The Roundup -

RSVP Volunteers are a Priceless Asset to the Community


Bill Forester and Eunice Lathrop, two long standing RSVP volunteers, are pictured with RSVP Program Coordinator Rita Jacobson.

There is a quiet yet powerful force at work in our community; a group of individuals who go to work, not for money or recognition, but simply to fill a need that would otherwise be left unfilled. These are the volunteers of the Retired and Senior Volunteer Program, or RSVP. RSVP members give their time, energy, experience, and skills while addressing challenges effecting their communities.

RSVP is part of Senior Corps which is a federal organization, and was established in the area in 2002 since providing countless hours of service through their volunteers. The program focuses on keeping seniors active and engaged by matching them with local needs. However, RSVP encourages all ages to get involved and recognizes the value of cultivating those with a heart for community service today for the benefit of tomorrow.

"There are a lot of services out there that wouldn't be if it weren't for volunteers," said Jessica Davies, RSVP Director.

About 395 people are on Richland County's RSVP call list and 175 of those are regular monthly volunteers who serve at one or more of 25 work stations in Sidney such as the Sunrise Pregnancy Center, Good Cents Store, Salvation Army, and the library. Volunteers also give their time to senior companionship and adult literacy programs, Meals on Wheels, and Senior Mentoring where they go into schools to work with students. Businesses and organizations call on RSVP for a variety of needs and volunteers can be found helping with mass immunization and sports clinics, fundraising events, and providing such services as golf-cart transport during the Richland County Fair.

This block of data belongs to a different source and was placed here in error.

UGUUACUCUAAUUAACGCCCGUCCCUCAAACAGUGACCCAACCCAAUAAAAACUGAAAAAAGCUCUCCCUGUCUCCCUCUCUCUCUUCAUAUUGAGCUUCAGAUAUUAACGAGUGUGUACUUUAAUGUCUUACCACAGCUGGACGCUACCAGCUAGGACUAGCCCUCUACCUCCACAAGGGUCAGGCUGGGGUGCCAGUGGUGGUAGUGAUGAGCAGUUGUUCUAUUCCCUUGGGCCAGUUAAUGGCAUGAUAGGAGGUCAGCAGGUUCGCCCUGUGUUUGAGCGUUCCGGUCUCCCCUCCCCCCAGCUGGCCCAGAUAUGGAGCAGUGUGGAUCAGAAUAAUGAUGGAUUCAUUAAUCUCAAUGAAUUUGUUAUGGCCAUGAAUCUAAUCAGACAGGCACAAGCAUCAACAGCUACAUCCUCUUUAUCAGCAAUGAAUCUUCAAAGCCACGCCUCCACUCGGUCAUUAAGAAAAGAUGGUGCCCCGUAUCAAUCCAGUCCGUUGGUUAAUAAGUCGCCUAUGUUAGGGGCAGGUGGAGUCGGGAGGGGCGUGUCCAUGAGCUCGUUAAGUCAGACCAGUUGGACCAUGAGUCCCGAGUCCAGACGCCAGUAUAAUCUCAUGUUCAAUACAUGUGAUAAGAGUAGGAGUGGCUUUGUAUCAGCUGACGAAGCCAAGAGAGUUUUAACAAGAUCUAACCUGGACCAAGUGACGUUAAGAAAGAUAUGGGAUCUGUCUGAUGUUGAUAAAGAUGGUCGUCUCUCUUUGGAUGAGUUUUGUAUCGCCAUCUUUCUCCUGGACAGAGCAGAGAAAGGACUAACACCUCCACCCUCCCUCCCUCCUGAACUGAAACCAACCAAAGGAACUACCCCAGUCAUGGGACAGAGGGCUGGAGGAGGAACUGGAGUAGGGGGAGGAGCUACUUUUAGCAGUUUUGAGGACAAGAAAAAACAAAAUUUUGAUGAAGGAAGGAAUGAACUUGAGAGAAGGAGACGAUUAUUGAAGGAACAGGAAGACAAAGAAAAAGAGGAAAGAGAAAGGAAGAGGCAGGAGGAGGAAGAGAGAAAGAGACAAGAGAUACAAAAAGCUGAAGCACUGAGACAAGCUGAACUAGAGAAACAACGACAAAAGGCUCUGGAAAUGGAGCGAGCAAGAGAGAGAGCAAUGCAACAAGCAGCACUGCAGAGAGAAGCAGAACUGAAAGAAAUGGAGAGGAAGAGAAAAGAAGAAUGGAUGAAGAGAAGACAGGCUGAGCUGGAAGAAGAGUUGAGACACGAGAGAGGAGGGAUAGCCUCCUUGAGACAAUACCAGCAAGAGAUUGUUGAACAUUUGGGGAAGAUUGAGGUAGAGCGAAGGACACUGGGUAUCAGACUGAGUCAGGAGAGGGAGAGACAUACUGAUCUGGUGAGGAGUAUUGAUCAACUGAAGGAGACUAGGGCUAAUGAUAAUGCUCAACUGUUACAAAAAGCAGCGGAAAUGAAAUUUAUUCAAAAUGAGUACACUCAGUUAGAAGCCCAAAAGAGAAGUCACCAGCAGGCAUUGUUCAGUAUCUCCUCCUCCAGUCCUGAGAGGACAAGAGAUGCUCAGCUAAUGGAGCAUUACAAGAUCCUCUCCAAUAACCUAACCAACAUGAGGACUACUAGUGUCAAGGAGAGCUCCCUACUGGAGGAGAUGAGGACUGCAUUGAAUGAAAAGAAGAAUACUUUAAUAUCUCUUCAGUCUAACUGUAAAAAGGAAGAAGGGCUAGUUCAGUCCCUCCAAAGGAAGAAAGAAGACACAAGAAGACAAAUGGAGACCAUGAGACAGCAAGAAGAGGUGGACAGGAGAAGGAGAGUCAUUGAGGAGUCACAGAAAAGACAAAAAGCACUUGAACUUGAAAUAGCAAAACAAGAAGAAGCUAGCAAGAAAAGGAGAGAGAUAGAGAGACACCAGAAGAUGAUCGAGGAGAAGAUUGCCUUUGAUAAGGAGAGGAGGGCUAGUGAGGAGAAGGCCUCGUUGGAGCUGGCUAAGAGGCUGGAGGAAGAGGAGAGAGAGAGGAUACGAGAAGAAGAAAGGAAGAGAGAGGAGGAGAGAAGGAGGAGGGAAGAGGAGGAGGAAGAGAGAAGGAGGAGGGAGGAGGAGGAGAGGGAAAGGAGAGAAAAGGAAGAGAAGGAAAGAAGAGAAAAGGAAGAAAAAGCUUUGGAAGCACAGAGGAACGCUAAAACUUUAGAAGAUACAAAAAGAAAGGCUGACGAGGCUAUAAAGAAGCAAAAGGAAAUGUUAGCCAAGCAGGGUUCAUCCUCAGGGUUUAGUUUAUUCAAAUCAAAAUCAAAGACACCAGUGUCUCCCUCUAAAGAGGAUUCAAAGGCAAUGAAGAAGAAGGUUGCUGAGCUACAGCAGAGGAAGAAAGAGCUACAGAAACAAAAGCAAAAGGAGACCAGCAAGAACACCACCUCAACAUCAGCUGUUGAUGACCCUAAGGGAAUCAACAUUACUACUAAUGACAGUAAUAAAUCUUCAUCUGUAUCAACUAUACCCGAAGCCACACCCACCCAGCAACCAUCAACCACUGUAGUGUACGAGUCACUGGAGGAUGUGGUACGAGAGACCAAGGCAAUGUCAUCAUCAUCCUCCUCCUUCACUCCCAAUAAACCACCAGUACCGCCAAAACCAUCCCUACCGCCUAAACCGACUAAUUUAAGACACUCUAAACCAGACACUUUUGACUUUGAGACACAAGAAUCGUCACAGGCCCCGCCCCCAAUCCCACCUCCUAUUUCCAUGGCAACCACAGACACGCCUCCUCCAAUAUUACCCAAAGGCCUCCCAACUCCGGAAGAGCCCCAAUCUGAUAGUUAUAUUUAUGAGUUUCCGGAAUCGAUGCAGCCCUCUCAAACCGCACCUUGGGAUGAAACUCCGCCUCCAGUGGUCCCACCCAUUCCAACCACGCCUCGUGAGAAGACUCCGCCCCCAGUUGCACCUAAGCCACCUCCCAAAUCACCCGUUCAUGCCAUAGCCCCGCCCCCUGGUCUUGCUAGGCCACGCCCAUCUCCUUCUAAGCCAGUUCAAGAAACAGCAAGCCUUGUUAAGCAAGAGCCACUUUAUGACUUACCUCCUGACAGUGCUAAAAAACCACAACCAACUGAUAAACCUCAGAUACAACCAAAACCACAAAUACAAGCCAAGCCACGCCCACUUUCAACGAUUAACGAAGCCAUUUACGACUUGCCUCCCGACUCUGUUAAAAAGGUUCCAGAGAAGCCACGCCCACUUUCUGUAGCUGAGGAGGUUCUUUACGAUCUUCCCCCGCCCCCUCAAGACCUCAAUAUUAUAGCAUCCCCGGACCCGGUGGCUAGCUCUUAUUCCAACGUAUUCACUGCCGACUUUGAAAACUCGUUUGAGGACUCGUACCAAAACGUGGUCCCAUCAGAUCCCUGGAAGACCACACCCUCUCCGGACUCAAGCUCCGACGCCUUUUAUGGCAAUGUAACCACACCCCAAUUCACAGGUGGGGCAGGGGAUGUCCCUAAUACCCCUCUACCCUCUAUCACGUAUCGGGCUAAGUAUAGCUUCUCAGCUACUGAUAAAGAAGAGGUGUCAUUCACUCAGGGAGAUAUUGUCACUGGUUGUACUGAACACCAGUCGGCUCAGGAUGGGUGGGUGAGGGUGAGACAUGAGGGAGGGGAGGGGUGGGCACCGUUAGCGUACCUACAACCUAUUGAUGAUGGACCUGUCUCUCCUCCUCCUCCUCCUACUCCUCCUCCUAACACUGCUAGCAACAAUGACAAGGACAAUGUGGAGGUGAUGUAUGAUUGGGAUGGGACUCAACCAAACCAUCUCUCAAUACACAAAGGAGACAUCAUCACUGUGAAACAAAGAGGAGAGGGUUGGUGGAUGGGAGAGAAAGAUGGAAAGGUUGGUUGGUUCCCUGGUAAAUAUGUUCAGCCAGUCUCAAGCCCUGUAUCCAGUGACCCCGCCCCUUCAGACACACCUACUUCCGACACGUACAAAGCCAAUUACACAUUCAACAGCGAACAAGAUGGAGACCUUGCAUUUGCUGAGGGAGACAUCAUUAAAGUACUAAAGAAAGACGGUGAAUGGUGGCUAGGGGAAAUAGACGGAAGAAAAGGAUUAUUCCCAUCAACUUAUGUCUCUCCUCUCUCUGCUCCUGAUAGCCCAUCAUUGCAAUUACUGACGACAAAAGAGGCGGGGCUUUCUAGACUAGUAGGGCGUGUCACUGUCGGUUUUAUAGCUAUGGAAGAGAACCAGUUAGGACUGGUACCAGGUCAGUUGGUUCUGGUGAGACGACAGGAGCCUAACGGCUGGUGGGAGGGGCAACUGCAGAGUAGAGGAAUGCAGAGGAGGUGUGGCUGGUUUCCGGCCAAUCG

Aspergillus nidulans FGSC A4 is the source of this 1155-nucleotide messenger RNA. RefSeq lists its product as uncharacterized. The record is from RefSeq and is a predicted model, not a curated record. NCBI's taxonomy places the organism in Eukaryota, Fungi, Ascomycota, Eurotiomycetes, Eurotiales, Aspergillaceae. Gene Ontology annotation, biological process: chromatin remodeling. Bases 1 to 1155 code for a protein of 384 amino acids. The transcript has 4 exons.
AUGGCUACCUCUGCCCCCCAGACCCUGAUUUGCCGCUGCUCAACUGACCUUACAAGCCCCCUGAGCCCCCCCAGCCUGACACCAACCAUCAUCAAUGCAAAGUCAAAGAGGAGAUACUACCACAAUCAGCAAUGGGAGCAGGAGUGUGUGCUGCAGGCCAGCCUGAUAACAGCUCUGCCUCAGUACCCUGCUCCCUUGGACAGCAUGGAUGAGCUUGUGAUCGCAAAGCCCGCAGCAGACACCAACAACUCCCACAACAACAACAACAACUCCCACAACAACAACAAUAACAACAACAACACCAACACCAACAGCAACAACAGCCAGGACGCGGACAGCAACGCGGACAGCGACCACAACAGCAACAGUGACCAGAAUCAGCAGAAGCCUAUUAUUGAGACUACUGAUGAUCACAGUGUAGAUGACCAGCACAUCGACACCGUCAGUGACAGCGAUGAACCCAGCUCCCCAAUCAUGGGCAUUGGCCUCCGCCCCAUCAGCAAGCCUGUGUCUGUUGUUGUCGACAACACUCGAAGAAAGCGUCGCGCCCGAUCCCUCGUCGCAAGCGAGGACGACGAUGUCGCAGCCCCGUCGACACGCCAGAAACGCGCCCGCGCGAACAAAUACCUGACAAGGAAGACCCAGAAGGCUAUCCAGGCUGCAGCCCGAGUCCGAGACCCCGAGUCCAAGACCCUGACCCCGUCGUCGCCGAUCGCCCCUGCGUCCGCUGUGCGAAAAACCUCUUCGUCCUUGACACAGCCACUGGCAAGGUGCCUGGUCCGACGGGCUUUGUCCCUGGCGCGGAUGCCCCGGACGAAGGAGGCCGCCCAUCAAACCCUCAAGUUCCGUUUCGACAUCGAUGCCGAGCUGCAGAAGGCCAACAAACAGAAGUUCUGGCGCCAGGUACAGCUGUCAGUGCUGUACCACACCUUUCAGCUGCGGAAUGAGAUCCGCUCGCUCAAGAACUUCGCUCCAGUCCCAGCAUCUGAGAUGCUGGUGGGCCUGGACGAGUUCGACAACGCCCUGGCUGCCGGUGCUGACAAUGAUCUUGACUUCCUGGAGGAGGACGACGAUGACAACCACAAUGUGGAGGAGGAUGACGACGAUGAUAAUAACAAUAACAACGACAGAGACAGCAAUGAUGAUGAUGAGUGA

The benefits of RSVP include keeping senior citizens living independently in their homes, aiding government and non-profit organizations, and providing educational support all while keeping RSVP members active, involved, and providing a social element.

The Federal volunteer rate is $23.07 per hour putting into perspective the amount of money RSVP saves the community, but for the families and individuals that are impacted, these are priceless efforts. These individuals are also essential in emergency situations, collecting and dispersing information quickly.

Individuals and families determine how often and in what ways they can donate their time, whether it is twice a week at the library or once a year as bell ringers for the Salvation Army, no gift of time is too small. For more information on community service needs and ways to volunteer, contact RSVP at 406-433-2207. The difference between a community that can't and a community that can is the people who give their time for the cause, so to all the volunteers out there, thank you for making this a community that can.


Reader Comments


Powered by ROAR Online Publication Software from Lions Light Corporation
© Copyright 2019